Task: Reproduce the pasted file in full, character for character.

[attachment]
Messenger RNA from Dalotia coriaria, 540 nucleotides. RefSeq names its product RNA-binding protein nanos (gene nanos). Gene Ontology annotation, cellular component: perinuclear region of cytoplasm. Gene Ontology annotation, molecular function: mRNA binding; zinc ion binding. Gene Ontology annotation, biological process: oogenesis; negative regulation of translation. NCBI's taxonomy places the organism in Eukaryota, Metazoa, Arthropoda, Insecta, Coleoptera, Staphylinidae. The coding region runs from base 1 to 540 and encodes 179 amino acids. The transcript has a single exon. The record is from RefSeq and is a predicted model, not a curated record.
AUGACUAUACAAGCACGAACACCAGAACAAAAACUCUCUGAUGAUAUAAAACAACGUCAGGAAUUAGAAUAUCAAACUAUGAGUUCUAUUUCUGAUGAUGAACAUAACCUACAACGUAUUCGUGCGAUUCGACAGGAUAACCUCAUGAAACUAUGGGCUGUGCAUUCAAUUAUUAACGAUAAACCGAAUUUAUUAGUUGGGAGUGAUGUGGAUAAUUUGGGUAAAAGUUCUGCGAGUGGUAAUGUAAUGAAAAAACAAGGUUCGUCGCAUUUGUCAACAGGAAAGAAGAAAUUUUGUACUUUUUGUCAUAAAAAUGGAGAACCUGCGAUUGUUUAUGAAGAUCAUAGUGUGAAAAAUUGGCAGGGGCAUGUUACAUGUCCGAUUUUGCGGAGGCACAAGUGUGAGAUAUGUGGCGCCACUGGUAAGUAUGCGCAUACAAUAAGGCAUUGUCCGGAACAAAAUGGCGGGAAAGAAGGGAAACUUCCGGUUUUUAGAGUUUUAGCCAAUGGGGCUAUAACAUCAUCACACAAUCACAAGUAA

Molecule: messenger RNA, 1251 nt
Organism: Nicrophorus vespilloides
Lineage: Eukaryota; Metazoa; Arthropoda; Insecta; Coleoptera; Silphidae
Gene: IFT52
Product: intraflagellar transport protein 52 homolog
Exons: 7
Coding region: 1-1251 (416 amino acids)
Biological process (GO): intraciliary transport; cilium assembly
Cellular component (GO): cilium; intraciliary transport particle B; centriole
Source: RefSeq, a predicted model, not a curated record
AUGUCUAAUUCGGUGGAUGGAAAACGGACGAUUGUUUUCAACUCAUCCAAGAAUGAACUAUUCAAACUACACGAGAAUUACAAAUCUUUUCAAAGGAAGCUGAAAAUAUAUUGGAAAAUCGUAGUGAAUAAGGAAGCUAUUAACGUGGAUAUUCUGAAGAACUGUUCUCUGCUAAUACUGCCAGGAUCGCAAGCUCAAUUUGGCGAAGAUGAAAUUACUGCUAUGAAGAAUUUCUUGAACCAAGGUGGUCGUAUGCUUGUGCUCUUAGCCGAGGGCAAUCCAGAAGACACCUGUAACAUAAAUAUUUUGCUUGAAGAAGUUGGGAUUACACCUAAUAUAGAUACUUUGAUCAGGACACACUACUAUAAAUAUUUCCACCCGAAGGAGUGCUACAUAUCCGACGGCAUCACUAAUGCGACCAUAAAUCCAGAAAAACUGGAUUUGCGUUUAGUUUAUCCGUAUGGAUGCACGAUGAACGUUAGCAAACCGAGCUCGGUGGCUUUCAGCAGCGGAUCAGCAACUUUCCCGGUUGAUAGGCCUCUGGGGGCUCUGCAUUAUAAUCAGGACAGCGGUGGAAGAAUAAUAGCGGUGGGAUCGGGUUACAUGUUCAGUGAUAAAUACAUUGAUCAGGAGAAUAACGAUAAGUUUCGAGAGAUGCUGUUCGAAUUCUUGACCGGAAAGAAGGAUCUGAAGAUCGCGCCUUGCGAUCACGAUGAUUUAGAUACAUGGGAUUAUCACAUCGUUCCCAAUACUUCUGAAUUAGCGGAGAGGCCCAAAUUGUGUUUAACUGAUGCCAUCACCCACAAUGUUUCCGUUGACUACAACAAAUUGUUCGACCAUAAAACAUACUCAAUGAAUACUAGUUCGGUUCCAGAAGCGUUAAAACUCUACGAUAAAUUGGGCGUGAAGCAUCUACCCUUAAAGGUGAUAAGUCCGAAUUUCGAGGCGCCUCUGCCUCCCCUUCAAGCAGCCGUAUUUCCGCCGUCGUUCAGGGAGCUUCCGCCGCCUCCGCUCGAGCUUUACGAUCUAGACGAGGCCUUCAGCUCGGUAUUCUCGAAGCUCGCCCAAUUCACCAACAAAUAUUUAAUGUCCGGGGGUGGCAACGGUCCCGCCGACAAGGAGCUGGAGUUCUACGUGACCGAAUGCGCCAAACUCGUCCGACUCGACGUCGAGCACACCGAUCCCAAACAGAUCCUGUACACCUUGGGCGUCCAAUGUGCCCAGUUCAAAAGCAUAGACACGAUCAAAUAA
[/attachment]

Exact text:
Messenger RNA from Dalotia coriaria, 540 nucleotides. RefSeq names its product RNA-binding protein nanos (gene nanos). Gene Ontology annotation, cellular component: perinuclear region of cytoplasm. Gene Ontology annotation, molecular function: mRNA binding; zinc ion binding. Gene Ontology annotation, biological process: oogenesis; negative regulation of translation. NCBI's taxonomy places the organism in Eukaryota, Metazoa, Arthropoda, Insecta, Coleoptera, Staphylinidae. The coding region runs from base 1 to 540 and encodes 179 amino acids. The transcript has a single exon. The record is from RefSeq and is a predicted model, not a curated record.
AUGACUAUACAAGCACGAACACCAGAACAAAAACUCUCUGAUGAUAUAAAACAACGUCAGGAAUUAGAAUAUCAAACUAUGAGUUCUAUUUCUGAUGAUGAACAUAACCUACAACGUAUUCGUGCGAUUCGACAGGAUAACCUCAUGAAACUAUGGGCUGUGCAUUCAAUUAUUAACGAUAAACCGAAUUUAUUAGUUGGGAGUGAUGUGGAUAAUUUGGGUAAAAGUUCUGCGAGUGGUAAUGUAAUGAAAAAACAAGGUUCGUCGCAUUUGUCAACAGGAAAGAAGAAAUUUUGUACUUUUUGUCAUAAAAAUGGAGAACCUGCGAUUGUUUAUGAAGAUCAUAGUGUGAAAAAUUGGCAGGGGCAUGUUACAUGUCCGAUUUUGCGGAGGCACAAGUGUGAGAUAUGUGGCGCCACUGGUAAGUAUGCGCAUACAAUAAGGCAUUGUCCGGAACAAAAUGGCGGGAAAGAAGGGAAACUUCCGGUUUUUAGAGUUUUAGCCAAUGGGGCUAUAACAUCAUCACACAAUCACAAGUAA

Molecule: messenger RNA, 1251 nt
Organism: Nicrophorus vespilloides
Lineage: Eukaryota; Metazoa; Arthropoda; Insecta; Coleoptera; Silphidae
Gene: IFT52
Product: intraflagellar transport protein 52 homolog
Exons: 7
Coding region: 1-1251 (416 amino acids)
Biological process (GO): intraciliary transport; cilium assembly
Cellular component (GO): cilium; intraciliary transport particle B; centriole
Source: RefSeq, a predicted model, not a curated record
AUGUCUAAUUCGGUGGAUGGAAAACGGACGAUUGUUUUCAACUCAUCCAAGAAUGAACUAUUCAAACUACACGAGAAUUACAAAUCUUUUCAAAGGAAGCUGAAAAUAUAUUGGAAAAUCGUAGUGAAUAAGGAAGCUAUUAACGUGGAUAUUCUGAAGAACUGUUCUCUGCUAAUACUGCCAGGAUCGCAAGCUCAAUUUGGCGAAGAUGAAAUUACUGCUAUGAAGAAUUUCUUGAACCAAGGUGGUCGUAUGCUUGUGCUCUUAGCCGAGGGCAAUCCAGAAGACACCUGUAACAUAAAUAUUUUGCUUGAAGAAGUUGGGAUUACACCUAAUAUAGAUACUUUGAUCAGGACACACUACUAUAAAUAUUUCCACCCGAAGGAGUGCUACAUAUCCGACGGCAUCACUAAUGCGACCAUAAAUCCAGAAAAACUGGAUUUGCGUUUAGUUUAUCCGUAUGGAUGCACGAUGAACGUUAGCAAACCGAGCUCGGUGGCUUUCAGCAGCGGAUCAGCAACUUUCCCGGUUGAUAGGCCUCUGGGGGCUCUGCAUUAUAAUCAGGACAGCGGUGGAAGAAUAAUAGCGGUGGGAUCGGGUUACAUGUUCAGUGAUAAAUACAUUGAUCAGGAGAAUAACGAUAAGUUUCGAGAGAUGCUGUUCGAAUUCUUGACCGGAAAGAAGGAUCUGAAGAUCGCGCCUUGCGAUCACGAUGAUUUAGAUACAUGGGAUUAUCACAUCGUUCCCAAUACUUCUGAAUUAGCGGAGAGGCCCAAAUUGUGUUUAACUGAUGCCAUCACCCACAAUGUUUCCGUUGACUACAACAAAUUGUUCGACCAUAAAACAUACUCAAUGAAUACUAGUUCGGUUCCAGAAGCGUUAAAACUCUACGAUAAAUUGGGCGUGAAGCAUCUACCCUUAAAGGUGAUAAGUCCGAAUUUCGAGGCGCCUCUGCCUCCCCUUCAAGCAGCCGUAUUUCCGCCGUCGUUCAGGGAGCUUCCGCCGCCUCCGCUCGAGCUUUACGAUCUAGACGAGGCCUUCAGCUCGGUAUUCUCGAAGCUCGCCCAAUUCACCAACAAAUAUUUAAUGUCCGGGGGUGGCAACGGUCCCGCCGACAAGGAGCUGGAGUUCUACGUGACCGAAUGCGCCAAACUCGUCCGACUCGACGUCGAGCACACCGAUCCCAAACAGAUCCUGUACACCUUGGGCGUCCAAUGUGCCCAGUUCAAAAGCAUAGACACGAUCAAAUAA